Climate change and human development may awake prehistoric viruses of a whole new breed, complexity and size.
When one decides to trek into the Arctic circle, there are plenty of hazards to consider. Polar bears, freezing temperatures, and hardcore snowstorms are all normal worries to consider, but the human thirst for natural resources, coupled with a warming climate, could introduce another concern—giant viruses.
OK. So they’re not quite Godzilla-sized beasts of prey, but these ancient viruses are relative monsters in the nano world, visible by way of a light microscope unlike most of their relatives, whom require much more magnification to spot; viruses generally being far smaller than bacteria and other microbes.
Researchers from France and Russia have been extensively testing a sample of Siberian permafrost, searching for these would-be titans. So far they’ve uncovered two new giant viruses dug from the frozen soil, the most recent of which was just described in the Proceedings of the National Academy of Sciences.
Called Mollivirus sibericum, the new parasite is yet to have a cute and cuddly common nickname like the flu, but Chantal Abergel, a co-author of the study from the Centre National de la Recherche Scientifique, Aix-Marseille Université, describes the species as the ultimate survivor.
‘The virus lay dormant for 30,000 years, but immediately became reanimated when thawed and exposed to their host — amoeba. The virus lures in amoeba by mimicking one of their favourite treats, bacteria, with a sugary spot on their bodies’ she says. Once they penetrate host, the viruses replicate on mass, making around 1,000 new copies before killing the amoeba they’re in and moving onto the next.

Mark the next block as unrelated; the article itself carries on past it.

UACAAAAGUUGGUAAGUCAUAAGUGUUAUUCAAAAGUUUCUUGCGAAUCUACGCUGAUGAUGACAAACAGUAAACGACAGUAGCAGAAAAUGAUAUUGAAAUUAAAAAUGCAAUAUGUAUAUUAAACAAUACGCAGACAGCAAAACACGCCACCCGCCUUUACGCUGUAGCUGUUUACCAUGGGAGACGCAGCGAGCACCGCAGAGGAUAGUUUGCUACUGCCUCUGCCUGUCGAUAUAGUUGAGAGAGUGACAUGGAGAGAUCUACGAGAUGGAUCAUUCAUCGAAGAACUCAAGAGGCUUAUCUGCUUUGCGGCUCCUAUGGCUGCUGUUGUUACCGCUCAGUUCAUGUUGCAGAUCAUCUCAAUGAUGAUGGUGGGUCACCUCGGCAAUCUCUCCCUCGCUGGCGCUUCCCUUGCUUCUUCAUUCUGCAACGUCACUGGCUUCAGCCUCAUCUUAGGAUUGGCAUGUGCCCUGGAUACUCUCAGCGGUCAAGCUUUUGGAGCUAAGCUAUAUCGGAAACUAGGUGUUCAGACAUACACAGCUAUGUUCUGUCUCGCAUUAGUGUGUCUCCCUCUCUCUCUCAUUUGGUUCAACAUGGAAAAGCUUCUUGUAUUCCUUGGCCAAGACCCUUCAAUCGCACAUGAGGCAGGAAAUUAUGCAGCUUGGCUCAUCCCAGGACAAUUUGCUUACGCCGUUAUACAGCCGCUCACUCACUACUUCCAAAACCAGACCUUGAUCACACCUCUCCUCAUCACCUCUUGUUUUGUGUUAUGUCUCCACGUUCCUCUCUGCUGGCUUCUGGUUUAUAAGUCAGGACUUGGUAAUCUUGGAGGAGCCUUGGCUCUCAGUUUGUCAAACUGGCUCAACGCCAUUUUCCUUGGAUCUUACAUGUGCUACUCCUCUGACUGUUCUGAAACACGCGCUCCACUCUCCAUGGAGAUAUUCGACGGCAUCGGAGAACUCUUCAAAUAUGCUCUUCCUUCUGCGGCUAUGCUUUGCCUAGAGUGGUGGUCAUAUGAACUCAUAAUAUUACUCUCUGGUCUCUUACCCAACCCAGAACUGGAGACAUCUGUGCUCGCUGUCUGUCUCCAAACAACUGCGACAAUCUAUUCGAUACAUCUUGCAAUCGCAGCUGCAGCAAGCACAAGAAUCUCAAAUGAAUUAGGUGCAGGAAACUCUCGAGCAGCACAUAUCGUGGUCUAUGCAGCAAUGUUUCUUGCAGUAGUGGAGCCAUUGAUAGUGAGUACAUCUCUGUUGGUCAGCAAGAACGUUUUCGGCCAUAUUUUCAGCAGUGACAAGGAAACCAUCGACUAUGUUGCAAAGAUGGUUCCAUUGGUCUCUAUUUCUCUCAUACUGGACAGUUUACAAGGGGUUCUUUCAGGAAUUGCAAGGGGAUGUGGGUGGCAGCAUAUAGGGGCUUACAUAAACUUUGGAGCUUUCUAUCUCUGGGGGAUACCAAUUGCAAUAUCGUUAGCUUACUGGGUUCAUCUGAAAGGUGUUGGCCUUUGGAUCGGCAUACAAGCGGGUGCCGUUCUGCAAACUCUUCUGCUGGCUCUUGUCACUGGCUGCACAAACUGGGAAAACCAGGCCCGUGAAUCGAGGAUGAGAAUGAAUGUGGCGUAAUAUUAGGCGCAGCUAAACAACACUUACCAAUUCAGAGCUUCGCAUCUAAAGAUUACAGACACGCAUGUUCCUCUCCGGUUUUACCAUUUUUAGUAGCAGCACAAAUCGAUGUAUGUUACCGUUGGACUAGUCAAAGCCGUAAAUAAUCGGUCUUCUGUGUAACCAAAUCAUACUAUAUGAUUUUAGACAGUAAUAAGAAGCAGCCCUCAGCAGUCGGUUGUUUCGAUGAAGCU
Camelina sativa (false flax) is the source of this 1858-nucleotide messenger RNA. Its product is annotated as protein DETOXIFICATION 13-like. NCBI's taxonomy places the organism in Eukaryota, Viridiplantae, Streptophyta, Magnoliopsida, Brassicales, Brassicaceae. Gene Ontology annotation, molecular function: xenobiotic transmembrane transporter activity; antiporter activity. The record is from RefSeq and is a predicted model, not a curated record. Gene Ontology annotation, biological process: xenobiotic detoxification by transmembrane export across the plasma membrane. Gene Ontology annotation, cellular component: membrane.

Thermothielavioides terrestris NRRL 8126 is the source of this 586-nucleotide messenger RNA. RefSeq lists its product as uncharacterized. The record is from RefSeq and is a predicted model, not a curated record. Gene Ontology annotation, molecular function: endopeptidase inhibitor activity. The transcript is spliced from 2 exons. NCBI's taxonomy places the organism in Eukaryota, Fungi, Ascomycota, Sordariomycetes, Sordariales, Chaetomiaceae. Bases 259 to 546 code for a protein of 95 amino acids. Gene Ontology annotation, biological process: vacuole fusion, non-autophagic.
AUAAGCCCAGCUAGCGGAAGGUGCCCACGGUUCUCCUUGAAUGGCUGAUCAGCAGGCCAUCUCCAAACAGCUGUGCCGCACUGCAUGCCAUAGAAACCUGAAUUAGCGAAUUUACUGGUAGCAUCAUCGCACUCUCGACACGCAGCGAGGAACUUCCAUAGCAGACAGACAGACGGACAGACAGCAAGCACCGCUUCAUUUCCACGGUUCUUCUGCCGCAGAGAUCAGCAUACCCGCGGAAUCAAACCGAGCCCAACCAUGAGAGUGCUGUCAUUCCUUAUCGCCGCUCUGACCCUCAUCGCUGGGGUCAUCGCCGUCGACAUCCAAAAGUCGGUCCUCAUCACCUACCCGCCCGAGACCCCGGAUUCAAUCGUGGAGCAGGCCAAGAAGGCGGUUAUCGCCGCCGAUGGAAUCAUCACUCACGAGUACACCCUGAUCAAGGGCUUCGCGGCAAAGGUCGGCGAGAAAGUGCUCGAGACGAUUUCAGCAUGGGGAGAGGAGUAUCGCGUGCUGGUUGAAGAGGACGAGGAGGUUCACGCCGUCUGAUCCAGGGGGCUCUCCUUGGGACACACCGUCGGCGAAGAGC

Abergel says the virus is contained in a safe system while they answer important questions, like whether it can infect mammalian cells. ‘Right now we don’t think it possesses any real human or wildlife threat, but we’re not amoeba, so our view’s biased.’
This is reassuring news, but Mollivirus is by no means the first, or last, giant virus Abergel and others expect to find. Abergel says their quest really began with the 2005 discovery of Mimivirus, huge compared to modern-day species but phylogenetically close, making it ideal for evolutionary studies. But the team had another important question. With Arctic development plans on the rise, and climate conditions altering at a rapid pace in the poles, what was the potential of these mega viruses awaking on their own? What about other pathogens and microbes in similar states of long-term isolation or dormancy worldwide?
‘Drilling and mining operations bring to the surface things frozen and undisturbed for thousands of years, if not longer,’ says Abergel. ‘We wanted to know more about where these viruses were globally in the both the soil and water column, and their role in the past.’
The team developed a new protocol to find the giant viruses, then set out using boats and dive teams, scouring the oceans for samples. In Chile and Australia they found a distant Mimivirus relative, both in the sediment and water column, even larger in size and genome than its predecessor. ‘This lead us back to the future,’ chuckles Abergel. The team headed north to hunt through frozen, ancient snapshots preserved in the permafrost.
Abergel says some giant viruses are probably pretty ubiquitous in the environment now, but that when human and environmental health is at stake, you need to tread lightly. She says contamination rooms to treat individuals exposed to possible pathogens would be a good precautionary step.
‘Our work is a warning,’ she says. ‘We need to assess the diversity of life living in these permafrost layers before we risk unleashing them.’